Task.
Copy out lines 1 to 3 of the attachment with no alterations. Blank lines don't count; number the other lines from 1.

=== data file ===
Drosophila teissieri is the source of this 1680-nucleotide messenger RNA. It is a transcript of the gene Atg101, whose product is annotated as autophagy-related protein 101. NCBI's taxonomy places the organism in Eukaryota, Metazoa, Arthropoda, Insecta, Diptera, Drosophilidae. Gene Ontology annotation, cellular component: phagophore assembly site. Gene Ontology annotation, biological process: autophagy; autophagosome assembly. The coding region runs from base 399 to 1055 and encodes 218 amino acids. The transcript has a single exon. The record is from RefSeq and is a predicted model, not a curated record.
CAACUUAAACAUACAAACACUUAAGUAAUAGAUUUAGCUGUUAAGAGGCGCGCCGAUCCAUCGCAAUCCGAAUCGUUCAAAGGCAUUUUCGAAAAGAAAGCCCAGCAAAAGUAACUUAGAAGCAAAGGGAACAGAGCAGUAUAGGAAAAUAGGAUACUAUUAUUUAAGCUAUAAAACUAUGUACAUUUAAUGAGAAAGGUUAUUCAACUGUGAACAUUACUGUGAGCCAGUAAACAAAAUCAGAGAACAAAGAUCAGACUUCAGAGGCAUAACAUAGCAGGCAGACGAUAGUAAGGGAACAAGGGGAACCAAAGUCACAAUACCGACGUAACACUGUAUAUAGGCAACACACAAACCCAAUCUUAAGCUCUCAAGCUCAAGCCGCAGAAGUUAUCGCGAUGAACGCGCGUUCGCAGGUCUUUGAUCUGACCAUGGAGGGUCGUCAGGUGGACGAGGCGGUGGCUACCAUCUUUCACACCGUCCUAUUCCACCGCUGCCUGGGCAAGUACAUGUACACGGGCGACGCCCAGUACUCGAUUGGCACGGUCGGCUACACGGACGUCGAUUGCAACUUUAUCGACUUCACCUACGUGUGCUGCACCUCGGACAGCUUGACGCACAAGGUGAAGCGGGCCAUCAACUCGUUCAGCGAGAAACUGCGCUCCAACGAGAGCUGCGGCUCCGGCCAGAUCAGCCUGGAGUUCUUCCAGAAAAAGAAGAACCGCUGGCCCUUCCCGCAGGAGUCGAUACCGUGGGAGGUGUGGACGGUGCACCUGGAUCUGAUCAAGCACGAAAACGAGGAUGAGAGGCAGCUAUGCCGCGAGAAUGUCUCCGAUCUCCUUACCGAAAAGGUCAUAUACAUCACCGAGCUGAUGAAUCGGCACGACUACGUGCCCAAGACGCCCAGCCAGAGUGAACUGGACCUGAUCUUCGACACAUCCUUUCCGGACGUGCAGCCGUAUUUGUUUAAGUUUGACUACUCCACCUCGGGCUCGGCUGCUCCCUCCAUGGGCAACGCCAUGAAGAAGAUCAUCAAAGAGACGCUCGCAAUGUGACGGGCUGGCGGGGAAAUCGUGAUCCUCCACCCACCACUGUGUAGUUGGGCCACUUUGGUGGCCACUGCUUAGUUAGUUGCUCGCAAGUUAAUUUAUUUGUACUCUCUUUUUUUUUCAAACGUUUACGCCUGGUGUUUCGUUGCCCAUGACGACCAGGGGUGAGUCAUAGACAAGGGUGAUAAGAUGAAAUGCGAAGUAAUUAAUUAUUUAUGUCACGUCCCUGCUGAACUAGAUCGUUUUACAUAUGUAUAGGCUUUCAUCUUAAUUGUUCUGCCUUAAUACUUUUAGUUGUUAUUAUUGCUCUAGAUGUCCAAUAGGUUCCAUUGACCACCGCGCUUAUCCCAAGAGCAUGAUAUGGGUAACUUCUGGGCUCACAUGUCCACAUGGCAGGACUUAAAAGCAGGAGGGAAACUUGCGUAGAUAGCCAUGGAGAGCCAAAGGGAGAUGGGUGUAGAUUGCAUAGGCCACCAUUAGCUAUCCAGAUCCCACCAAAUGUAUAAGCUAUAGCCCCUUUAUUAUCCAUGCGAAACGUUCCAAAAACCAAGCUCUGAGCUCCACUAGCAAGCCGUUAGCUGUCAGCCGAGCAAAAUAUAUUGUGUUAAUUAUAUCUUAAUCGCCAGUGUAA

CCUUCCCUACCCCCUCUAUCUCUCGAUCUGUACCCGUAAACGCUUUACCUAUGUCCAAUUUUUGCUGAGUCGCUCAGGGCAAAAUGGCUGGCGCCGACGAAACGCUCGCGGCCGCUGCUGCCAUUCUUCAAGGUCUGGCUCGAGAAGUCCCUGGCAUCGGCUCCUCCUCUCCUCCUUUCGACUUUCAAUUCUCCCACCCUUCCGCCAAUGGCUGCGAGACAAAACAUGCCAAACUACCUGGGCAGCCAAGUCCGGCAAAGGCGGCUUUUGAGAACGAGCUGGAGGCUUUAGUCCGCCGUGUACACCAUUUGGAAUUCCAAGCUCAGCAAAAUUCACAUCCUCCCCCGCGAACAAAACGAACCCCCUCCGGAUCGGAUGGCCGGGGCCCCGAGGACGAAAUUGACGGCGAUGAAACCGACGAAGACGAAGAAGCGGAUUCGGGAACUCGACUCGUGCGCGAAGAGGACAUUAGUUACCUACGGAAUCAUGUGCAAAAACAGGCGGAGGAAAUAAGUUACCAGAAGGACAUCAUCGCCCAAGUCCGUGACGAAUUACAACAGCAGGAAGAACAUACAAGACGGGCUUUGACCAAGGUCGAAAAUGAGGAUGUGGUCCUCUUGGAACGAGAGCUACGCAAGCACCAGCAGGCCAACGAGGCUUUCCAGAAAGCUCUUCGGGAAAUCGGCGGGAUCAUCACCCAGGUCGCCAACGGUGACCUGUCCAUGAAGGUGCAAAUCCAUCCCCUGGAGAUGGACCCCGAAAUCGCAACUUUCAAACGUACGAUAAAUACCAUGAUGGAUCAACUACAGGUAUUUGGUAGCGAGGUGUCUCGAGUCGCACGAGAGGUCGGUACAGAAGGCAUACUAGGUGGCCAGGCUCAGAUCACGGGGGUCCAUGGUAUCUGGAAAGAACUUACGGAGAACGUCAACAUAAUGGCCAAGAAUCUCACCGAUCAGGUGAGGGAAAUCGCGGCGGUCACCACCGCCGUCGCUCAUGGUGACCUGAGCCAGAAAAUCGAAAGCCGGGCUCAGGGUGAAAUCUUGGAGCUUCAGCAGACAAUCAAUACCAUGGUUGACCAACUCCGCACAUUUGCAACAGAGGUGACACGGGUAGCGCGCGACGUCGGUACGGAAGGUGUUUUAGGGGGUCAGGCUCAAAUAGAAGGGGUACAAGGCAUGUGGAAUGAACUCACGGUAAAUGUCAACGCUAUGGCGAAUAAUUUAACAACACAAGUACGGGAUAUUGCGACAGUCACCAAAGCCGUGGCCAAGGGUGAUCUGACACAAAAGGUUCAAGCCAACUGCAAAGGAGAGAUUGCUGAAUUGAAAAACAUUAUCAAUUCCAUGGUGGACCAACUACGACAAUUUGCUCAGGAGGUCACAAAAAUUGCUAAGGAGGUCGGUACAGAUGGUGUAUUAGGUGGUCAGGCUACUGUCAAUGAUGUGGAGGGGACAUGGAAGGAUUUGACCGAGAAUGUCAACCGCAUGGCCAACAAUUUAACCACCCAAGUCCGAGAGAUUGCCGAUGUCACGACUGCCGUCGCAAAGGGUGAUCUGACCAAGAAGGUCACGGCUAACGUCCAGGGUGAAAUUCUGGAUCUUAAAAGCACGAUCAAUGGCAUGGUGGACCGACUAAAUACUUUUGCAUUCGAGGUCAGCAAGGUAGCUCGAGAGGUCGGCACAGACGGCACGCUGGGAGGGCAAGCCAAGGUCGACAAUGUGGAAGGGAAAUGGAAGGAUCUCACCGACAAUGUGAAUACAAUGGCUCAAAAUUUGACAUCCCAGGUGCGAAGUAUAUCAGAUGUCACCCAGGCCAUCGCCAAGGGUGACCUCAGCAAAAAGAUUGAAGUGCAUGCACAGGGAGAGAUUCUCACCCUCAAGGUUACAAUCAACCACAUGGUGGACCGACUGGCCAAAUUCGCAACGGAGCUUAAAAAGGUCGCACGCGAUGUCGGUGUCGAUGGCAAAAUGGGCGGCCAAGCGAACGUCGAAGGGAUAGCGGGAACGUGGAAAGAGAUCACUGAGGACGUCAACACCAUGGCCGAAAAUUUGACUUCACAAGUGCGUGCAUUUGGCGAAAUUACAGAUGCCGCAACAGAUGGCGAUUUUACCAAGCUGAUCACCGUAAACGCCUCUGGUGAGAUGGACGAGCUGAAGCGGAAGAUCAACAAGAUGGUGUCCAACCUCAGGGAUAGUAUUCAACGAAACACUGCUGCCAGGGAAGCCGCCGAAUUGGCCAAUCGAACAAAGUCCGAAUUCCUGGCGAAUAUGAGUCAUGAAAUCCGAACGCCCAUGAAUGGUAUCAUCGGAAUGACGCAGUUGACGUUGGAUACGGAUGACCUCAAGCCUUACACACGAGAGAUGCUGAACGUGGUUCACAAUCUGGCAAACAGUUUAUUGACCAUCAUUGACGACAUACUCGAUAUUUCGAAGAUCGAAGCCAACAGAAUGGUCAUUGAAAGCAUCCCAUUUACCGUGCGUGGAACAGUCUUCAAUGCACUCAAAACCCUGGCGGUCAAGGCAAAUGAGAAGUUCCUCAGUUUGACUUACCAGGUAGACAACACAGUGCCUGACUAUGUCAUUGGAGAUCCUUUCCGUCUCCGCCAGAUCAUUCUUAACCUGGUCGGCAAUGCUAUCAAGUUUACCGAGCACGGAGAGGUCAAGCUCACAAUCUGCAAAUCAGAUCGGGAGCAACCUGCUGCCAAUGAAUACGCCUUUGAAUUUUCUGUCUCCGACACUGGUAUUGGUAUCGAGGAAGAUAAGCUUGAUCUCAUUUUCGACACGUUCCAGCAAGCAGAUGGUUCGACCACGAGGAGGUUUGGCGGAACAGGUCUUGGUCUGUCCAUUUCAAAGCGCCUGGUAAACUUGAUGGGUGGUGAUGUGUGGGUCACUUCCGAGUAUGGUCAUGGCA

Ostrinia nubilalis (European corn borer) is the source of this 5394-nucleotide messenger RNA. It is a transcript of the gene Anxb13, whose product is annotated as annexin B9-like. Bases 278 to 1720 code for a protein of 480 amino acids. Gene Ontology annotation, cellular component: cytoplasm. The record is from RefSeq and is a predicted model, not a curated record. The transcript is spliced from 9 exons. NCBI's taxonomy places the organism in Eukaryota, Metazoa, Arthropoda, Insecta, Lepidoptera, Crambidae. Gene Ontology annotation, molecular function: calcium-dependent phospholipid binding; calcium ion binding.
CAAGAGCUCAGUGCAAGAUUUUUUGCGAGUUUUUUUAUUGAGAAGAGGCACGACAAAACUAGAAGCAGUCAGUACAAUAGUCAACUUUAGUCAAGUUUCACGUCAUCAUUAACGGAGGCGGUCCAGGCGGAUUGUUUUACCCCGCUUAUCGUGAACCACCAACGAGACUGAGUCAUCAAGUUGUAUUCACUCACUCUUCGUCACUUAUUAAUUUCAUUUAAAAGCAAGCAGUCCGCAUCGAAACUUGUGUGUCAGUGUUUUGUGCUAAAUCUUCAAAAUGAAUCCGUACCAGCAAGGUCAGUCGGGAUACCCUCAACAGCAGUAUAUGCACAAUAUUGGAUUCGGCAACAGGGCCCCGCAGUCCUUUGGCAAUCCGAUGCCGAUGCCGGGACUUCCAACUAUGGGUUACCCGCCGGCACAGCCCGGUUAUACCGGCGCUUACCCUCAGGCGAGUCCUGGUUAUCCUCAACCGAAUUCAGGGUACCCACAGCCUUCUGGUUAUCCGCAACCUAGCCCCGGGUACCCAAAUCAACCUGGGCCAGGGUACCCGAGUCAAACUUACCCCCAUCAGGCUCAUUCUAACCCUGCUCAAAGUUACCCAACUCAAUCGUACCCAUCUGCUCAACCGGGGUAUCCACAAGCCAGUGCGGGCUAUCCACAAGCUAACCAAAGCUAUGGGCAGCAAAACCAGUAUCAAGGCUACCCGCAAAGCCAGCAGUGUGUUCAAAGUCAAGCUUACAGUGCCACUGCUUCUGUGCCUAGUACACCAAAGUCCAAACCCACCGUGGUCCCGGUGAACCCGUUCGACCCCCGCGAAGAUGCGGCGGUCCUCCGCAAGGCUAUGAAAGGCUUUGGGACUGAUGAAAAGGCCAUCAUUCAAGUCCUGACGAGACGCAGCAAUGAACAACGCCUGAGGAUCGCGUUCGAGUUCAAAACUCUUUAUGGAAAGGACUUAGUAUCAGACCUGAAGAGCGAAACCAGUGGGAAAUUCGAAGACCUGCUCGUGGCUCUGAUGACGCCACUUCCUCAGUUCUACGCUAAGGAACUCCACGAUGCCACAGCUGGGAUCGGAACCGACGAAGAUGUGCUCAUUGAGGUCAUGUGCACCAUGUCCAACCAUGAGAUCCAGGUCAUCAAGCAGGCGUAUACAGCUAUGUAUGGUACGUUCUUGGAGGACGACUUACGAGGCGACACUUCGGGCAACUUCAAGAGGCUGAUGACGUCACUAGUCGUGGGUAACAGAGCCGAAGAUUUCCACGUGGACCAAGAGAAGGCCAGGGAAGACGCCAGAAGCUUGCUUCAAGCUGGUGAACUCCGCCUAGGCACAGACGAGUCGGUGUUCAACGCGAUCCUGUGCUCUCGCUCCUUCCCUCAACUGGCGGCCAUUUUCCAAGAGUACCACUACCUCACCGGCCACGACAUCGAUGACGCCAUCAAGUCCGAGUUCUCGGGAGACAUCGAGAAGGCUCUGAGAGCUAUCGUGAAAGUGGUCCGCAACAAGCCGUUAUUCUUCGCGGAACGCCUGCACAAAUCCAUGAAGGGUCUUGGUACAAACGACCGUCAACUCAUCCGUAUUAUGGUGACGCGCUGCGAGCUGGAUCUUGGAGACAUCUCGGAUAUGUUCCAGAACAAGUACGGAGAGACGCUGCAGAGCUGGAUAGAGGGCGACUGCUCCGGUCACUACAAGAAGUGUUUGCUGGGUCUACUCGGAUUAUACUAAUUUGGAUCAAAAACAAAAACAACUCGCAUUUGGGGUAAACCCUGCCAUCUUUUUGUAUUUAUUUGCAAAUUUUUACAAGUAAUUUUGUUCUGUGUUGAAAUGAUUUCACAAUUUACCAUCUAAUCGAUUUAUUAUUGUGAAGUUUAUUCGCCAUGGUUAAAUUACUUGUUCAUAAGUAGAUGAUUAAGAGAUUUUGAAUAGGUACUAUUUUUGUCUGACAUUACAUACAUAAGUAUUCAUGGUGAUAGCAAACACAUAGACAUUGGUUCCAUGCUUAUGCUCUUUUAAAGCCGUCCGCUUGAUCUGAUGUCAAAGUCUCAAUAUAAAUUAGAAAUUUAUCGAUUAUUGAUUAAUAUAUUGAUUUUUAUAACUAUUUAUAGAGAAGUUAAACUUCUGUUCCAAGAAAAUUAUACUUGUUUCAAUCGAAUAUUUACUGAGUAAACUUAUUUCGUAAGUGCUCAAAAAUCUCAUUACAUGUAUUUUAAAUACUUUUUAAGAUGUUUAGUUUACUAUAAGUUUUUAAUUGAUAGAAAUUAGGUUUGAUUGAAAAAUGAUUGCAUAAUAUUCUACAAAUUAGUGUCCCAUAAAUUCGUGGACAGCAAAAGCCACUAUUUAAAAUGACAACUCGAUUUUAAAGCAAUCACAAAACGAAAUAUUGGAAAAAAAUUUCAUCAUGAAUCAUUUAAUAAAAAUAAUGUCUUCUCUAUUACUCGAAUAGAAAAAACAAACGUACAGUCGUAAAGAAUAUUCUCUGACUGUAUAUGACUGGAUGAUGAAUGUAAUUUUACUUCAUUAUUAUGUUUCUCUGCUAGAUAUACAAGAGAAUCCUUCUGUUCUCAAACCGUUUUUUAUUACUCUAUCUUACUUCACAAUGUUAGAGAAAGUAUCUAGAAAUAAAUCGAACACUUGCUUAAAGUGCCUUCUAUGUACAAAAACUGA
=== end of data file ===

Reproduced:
Drosophila teissieri is the source of this 1680-nucleotide messenger RNA. It is a transcript of the gene Atg101, whose product is annotated as autophagy-related protein 101. NCBI's taxonomy places the organism in Eukaryota, Metazoa, Arthropoda, Insecta, Diptera, Drosophilidae. Gene Ontology annotation, cellular component: phagophore assembly site. Gene Ontology annotation, biological process: autophagy; autophagosome assembly. The coding region runs from base 399 to 1055 and encodes 218 amino acids. The transcript has a single exon. The record is from RefSeq and is a predicted model, not a curated record.
CAACUUAAACAUACAAACACUUAAGUAAUAGAUUUAGCUGUUAAGAGGCGCGCCGAUCCAUCGCAAUCCGAAUCGUUCAAAGGCAUUUUCGAAAAGAAAGCCCAGCAAAAGUAACUUAGAAGCAAAGGGAACAGAGCAGUAUAGGAAAAUAGGAUACUAUUAUUUAAGCUAUAAAACUAUGUACAUUUAAUGAGAAAGGUUAUUCAACUGUGAACAUUACUGUGAGCCAGUAAACAAAAUCAGAGAACAAAGAUCAGACUUCAGAGGCAUAACAUAGCAGGCAGACGAUAGUAAGGGAACAAGGGGAACCAAAGUCACAAUACCGACGUAACACUGUAUAUAGGCAACACACAAACCCAAUCUUAAGCUCUCAAGCUCAAGCCGCAGAAGUUAUCGCGAUGAACGCGCGUUCGCAGGUCUUUGAUCUGACCAUGGAGGGUCGUCAGGUGGACGAGGCGGUGGCUACCAUCUUUCACACCGUCCUAUUCCACCGCUGCCUGGGCAAGUACAUGUACACGGGCGACGCCCAGUACUCGAUUGGCACGGUCGGCUACACGGACGUCGAUUGCAACUUUAUCGACUUCACCUACGUGUGCUGCACCUCGGACAGCUUGACGCACAAGGUGAAGCGGGCCAUCAACUCGUUCAGCGAGAAACUGCGCUCCAACGAGAGCUGCGGCUCCGGCCAGAUCAGCCUGGAGUUCUUCCAGAAAAAGAAGAACCGCUGGCCCUUCCCGCAGGAGUCGAUACCGUGGGAGGUGUGGACGGUGCACCUGGAUCUGAUCAAGCACGAAAACGAGGAUGAGAGGCAGCUAUGCCGCGAGAAUGUCUCCGAUCUCCUUACCGAAAAGGUCAUAUACAUCACCGAGCUGAUGAAUCGGCACGACUACGUGCCCAAGACGCCCAGCCAGAGUGAACUGGACCUGAUCUUCGACACAUCCUUUCCGGACGUGCAGCCGUAUUUGUUUAAGUUUGACUACUCCACCUCGGGCUCGGCUGCUCCCUCCAUGGGCAACGCCAUGAAGAAGAUCAUCAAAGAGACGCUCGCAAUGUGACGGGCUGGCGGGGAAAUCGUGAUCCUCCACCCACCACUGUGUAGUUGGGCCACUUUGGUGGCCACUGCUUAGUUAGUUGCUCGCAAGUUAAUUUAUUUGUACUCUCUUUUUUUUUCAAACGUUUACGCCUGGUGUUUCGUUGCCCAUGACGACCAGGGGUGAGUCAUAGACAAGGGUGAUAAGAUGAAAUGCGAAGUAAUUAAUUAUUUAUGUCACGUCCCUGCUGAACUAGAUCGUUUUACAUAUGUAUAGGCUUUCAUCUUAAUUGUUCUGCCUUAAUACUUUUAGUUGUUAUUAUUGCUCUAGAUGUCCAAUAGGUUCCAUUGACCACCGCGCUUAUCCCAAGAGCAUGAUAUGGGUAACUUCUGGGCUCACAUGUCCACAUGGCAGGACUUAAAAGCAGGAGGGAAACUUGCGUAGAUAGCCAUGGAGAGCCAAAGGGAGAUGGGUGUAGAUUGCAUAGGCCACCAUUAGCUAUCCAGAUCCCACCAAAUGUAUAAGCUAUAGCCCCUUUAUUAUCCAUGCGAAACGUUCCAAAAACCAAGCUCUGAGCUCCACUAGCAAGCCGUUAGCUGUCAGCCGAGCAAAAUAUAUUGUGUUAAUUAUAUCUUAAUCGCCAGUGUAA

CCUUCCCUACCCCCUCUAUCUCUCGAUCUGUACCCGUAAACGCUUUACCUAUGUCCAAUUUUUGCUGAGUCGCUCAGGGCAAAAUGGCUGGCGCCGACGAAACGCUCGCGGCCGCUGCUGCCAUUCUUCAAGGUCUGGCUCGAGAAGUCCCUGGCAUCGGCUCCUCCUCUCCUCCUUUCGACUUUCAAUUCUCCCACCCUUCCGCCAAUGGCUGCGAGACAAAACAUGCCAAACUACCUGGGCAGCCAAGUCCGGCAAAGGCGGCUUUUGAGAACGAGCUGGAGGCUUUAGUCCGCCGUGUACACCAUUUGGAAUUCCAAGCUCAGCAAAAUUCACAUCCUCCCCCGCGAACAAAACGAACCCCCUCCGGAUCGGAUGGCCGGGGCCCCGAGGACGAAAUUGACGGCGAUGAAACCGACGAAGACGAAGAAGCGGAUUCGGGAACUCGACUCGUGCGCGAAGAGGACAUUAGUUACCUACGGAAUCAUGUGCAAAAACAGGCGGAGGAAAUAAGUUACCAGAAGGACAUCAUCGCCCAAGUCCGUGACGAAUUACAACAGCAGGAAGAACAUACAAGACGGGCUUUGACCAAGGUCGAAAAUGAGGAUGUGGUCCUCUUGGAACGAGAGCUACGCAAGCACCAGCAGGCCAACGAGGCUUUCCAGAAAGCUCUUCGGGAAAUCGGCGGGAUCAUCACCCAGGUCGCCAACGGUGACCUGUCCAUGAAGGUGCAAAUCCAUCCCCUGGAGAUGGACCCCGAAAUCGCAACUUUCAAACGUACGAUAAAUACCAUGAUGGAUCAACUACAGGUAUUUGGUAGCGAGGUGUCUCGAGUCGCACGAGAGGUCGGUACAGAAGGCAUACUAGGUGGCCAGGCUCAGAUCACGGGGGUCCAUGGUAUCUGGAAAGAACUUACGGAGAACGUCAACAUAAUGGCCAAGAAUCUCACCGAUCAGGUGAGGGAAAUCGCGGCGGUCACCACCGCCGUCGCUCAUGGUGACCUGAGCCAGAAAAUCGAAAGCCGGGCUCAGGGUGAAAUCUUGGAGCUUCAGCAGACAAUCAAUACCAUGGUUGACCAACUCCGCACAUUUGCAACAGAGGUGACACGGGUAGCGCGCGACGUCGGUACGGAAGGUGUUUUAGGGGGUCAGGCUCAAAUAGAAGGGGUACAAGGCAUGUGGAAUGAACUCACGGUAAAUGUCAACGCUAUGGCGAAUAAUUUAACAACACAAGUACGGGAUAUUGCGACAGUCACCAAAGCCGUGGCCAAGGGUGAUCUGACACAAAAGGUUCAAGCCAACUGCAAAGGAGAGAUUGCUGAAUUGAAAAACAUUAUCAAUUCCAUGGUGGACCAACUACGACAAUUUGCUCAGGAGGUCACAAAAAUUGCUAAGGAGGUCGGUACAGAUGGUGUAUUAGGUGGUCAGGCUACUGUCAAUGAUGUGGAGGGGACAUGGAAGGAUUUGACCGAGAAUGUCAACCGCAUGGCCAACAAUUUAACCACCCAAGUCCGAGAGAUUGCCGAUGUCACGACUGCCGUCGCAAAGGGUGAUCUGACCAAGAAGGUCACGGCUAACGUCCAGGGUGAAAUUCUGGAUCUUAAAAGCACGAUCAAUGGCAUGGUGGACCGACUAAAUACUUUUGCAUUCGAGGUCAGCAAGGUAGCUCGAGAGGUCGGCACAGACGGCACGCUGGGAGGGCAAGCCAAGGUCGACAAUGUGGAAGGGAAAUGGAAGGAUCUCACCGACAAUGUGAAUACAAUGGCUCAAAAUUUGACAUCCCAGGUGCGAAGUAUAUCAGAUGUCACCCAGGCCAUCGCCAAGGGUGACCUCAGCAAAAAGAUUGAAGUGCAUGCACAGGGAGAGAUUCUCACCCUCAAGGUUACAAUCAACCACAUGGUGGACCGACUGGCCAAAUUCGCAACGGAGCUUAAAAAGGUCGCACGCGAUGUCGGUGUCGAUGGCAAAAUGGGCGGCCAAGCGAACGUCGAAGGGAUAGCGGGAACGUGGAAAGAGAUCACUGAGGACGUCAACACCAUGGCCGAAAAUUUGACUUCACAAGUGCGUGCAUUUGGCGAAAUUACAGAUGCCGCAACAGAUGGCGAUUUUACCAAGCUGAUCACCGUAAACGCCUCUGGUGAGAUGGACGAGCUGAAGCGGAAGAUCAACAAGAUGGUGUCCAACCUCAGGGAUAGUAUUCAACGAAACACUGCUGCCAGGGAAGCCGCCGAAUUGGCCAAUCGAACAAAGUCCGAAUUCCUGGCGAAUAUGAGUCAUGAAAUCCGAACGCCCAUGAAUGGUAUCAUCGGAAUGACGCAGUUGACGUUGGAUACGGAUGACCUCAAGCCUUACACACGAGAGAUGCUGAACGUGGUUCACAAUCUGGCAAACAGUUUAUUGACCAUCAUUGACGACAUACUCGAUAUUUCGAAGAUCGAAGCCAACAGAAUGGUCAUUGAAAGCAUCCCAUUUACCGUGCGUGGAACAGUCUUCAAUGCACUCAAAACCCUGGCGGUCAAGGCAAAUGAGAAGUUCCUCAGUUUGACUUACCAGGUAGACAACACAGUGCCUGACUAUGUCAUUGGAGAUCCUUUCCGUCUCCGCCAGAUCAUUCUUAACCUGGUCGGCAAUGCUAUCAAGUUUACCGAGCACGGAGAGGUCAAGCUCACAAUCUGCAAAUCAGAUCGGGAGCAACCUGCUGCCAAUGAAUACGCCUUUGAAUUUUCUGUCUCCGACACUGGUAUUGGUAUCGAGGAAGAUAAGCUUGAUCUCAUUUUCGACACGUUCCAGCAAGCAGAUGGUUCGACCACGAGGAGGUUUGGCGGAACAGGUCUUGGUCUGUCCAUUUCAAAGCGCCUGGUAAACUUGAUGGGUGGUGAUGUGUGGGUCACUUCCGAGUAUGGUCAUGGCA